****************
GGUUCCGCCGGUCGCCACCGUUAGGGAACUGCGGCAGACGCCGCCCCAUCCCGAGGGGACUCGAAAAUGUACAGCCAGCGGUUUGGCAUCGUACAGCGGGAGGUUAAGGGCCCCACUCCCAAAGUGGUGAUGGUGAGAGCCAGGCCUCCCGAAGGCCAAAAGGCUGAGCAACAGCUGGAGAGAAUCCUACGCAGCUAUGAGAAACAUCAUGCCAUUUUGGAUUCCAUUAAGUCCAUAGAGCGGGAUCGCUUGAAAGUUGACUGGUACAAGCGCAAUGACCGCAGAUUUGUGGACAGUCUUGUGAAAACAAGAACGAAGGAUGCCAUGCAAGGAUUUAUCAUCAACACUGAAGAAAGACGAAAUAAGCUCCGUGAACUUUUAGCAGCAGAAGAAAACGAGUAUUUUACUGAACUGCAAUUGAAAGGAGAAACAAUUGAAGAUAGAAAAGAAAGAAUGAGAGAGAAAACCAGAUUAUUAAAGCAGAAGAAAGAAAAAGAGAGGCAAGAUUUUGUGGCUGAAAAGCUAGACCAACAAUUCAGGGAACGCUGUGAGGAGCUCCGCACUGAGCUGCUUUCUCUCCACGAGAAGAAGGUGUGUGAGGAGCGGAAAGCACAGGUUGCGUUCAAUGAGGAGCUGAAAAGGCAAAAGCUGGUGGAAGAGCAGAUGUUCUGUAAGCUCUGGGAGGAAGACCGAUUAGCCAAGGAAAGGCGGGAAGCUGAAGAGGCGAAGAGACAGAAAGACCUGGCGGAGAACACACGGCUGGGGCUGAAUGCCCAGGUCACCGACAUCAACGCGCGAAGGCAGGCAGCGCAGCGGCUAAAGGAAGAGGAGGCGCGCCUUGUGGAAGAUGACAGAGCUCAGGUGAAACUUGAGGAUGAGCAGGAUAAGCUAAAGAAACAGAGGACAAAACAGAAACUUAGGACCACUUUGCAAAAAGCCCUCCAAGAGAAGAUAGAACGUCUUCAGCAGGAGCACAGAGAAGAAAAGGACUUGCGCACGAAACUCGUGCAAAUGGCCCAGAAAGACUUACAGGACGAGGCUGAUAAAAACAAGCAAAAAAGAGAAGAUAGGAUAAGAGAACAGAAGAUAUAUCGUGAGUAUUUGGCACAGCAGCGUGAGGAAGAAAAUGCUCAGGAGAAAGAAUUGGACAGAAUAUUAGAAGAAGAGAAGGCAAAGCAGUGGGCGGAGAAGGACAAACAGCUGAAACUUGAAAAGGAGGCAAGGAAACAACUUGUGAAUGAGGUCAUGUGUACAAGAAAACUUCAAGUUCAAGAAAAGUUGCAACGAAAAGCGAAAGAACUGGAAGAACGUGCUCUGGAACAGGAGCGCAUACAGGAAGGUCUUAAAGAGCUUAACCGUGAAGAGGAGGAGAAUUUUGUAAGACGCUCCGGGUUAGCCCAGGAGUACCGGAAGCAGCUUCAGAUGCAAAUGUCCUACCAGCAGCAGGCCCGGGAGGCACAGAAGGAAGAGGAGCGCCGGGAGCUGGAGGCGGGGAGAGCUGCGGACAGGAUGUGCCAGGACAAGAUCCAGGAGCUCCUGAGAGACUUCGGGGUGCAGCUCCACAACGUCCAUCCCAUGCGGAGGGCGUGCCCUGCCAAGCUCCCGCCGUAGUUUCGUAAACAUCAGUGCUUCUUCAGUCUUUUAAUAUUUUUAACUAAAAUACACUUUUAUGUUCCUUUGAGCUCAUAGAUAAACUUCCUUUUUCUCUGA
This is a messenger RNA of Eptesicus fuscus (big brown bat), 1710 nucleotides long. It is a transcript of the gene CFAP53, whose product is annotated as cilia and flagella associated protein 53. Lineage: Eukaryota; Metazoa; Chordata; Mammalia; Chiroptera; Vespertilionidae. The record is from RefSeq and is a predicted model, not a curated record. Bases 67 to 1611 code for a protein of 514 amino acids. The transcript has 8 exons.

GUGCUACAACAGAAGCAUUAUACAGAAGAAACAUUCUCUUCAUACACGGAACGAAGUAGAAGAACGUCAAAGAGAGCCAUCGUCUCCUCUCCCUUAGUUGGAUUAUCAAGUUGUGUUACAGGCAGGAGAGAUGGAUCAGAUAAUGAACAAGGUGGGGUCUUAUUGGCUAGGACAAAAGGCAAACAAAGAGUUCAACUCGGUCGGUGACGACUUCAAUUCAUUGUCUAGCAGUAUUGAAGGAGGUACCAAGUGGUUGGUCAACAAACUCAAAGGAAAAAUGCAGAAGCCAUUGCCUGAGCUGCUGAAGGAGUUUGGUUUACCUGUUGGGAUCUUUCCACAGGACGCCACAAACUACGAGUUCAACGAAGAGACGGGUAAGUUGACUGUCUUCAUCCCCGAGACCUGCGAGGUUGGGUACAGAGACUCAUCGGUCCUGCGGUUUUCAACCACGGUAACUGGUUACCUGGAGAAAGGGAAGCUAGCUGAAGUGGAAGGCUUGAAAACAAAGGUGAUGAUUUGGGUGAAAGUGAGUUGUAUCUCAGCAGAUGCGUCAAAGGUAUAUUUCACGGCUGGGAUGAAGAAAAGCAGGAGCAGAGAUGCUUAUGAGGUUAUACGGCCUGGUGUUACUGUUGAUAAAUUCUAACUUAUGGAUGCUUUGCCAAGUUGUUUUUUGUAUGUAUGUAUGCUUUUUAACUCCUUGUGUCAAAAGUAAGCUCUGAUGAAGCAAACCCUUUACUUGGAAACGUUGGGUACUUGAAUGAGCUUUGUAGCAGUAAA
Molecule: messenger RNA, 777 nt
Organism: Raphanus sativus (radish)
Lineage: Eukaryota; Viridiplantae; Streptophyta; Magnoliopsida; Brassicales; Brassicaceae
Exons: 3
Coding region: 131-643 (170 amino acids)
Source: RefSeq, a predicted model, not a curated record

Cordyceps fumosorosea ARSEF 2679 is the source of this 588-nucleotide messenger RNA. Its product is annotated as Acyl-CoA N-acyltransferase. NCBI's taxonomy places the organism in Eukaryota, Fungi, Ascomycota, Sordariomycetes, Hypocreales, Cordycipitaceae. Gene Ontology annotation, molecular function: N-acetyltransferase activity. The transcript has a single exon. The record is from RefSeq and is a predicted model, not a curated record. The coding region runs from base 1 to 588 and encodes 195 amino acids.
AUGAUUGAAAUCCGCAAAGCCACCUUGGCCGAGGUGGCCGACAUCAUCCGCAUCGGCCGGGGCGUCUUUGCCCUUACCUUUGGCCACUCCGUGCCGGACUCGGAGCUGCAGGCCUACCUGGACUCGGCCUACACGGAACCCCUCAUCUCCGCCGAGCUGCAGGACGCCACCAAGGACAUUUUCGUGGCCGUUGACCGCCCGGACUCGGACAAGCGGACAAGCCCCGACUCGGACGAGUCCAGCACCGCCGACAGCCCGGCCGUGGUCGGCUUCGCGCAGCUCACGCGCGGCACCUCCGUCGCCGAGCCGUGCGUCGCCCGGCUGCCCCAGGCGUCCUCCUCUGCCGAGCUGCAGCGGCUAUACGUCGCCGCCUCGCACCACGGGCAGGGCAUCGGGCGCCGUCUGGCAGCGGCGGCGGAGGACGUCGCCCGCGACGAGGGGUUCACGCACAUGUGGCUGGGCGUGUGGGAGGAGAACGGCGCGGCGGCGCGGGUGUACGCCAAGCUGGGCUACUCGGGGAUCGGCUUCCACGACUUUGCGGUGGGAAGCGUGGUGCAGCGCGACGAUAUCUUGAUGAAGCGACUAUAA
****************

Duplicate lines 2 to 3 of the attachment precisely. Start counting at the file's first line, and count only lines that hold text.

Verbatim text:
This is a messenger RNA of Eptesicus fuscus (big brown bat), 1710 nucleotides long. It is a transcript of the gene CFAP53, whose product is annotated as cilia and flagella associated protein 53. Lineage: Eukaryota; Metazoa; Chordata; Mammalia; Chiroptera; Vespertilionidae. The record is from RefSeq and is a predicted model, not a curated record. Bases 67 to 1611 code for a protein of 514 amino acids. The transcript has 8 exons.

GUGCUACAACAGAAGCAUUAUACAGAAGAAACAUUCUCUUCAUACACGGAACGAAGUAGAAGAACGUCAAAGAGAGCCAUCGUCUCCUCUCCCUUAGUUGGAUUAUCAAGUUGUGUUACAGGCAGGAGAGAUGGAUCAGAUAAUGAACAAGGUGGGGUCUUAUUGGCUAGGACAAAAGGCAAACAAAGAGUUCAACUCGGUCGGUGACGACUUCAAUUCAUUGUCUAGCAGUAUUGAAGGAGGUACCAAGUGGUUGGUCAACAAACUCAAAGGAAAAAUGCAGAAGCCAUUGCCUGAGCUGCUGAAGGAGUUUGGUUUACCUGUUGGGAUCUUUCCACAGGACGCCACAAACUACGAGUUCAACGAAGAGACGGGUAAGUUGACUGUCUUCAUCCCCGAGACCUGCGAGGUUGGGUACAGAGACUCAUCGGUCCUGCGGUUUUCAACCACGGUAACUGGUUACCUGGAGAAAGGGAAGCUAGCUGAAGUGGAAGGCUUGAAAACAAAGGUGAUGAUUUGGGUGAAAGUGAGUUGUAUCUCAGCAGAUGCGUCAAAGGUAUAUUUCACGGCUGGGAUGAAGAAAAGCAGGAGCAGAGAUGCUUAUGAGGUUAUACGGCCUGGUGUUACUGUUGAUAAAUUCUAACUUAUGGAUGCUUUGCCAAGUUGUUUUUUGUAUGUAUGUAUGCUUUUUAACUCCUUGUGUCAAAAGUAAGCUCUGAUGAAGCAAACCCUUUACUUGGAAACGUUGGGUACUUGAAUGAGCUUUGUAGCAGUAAA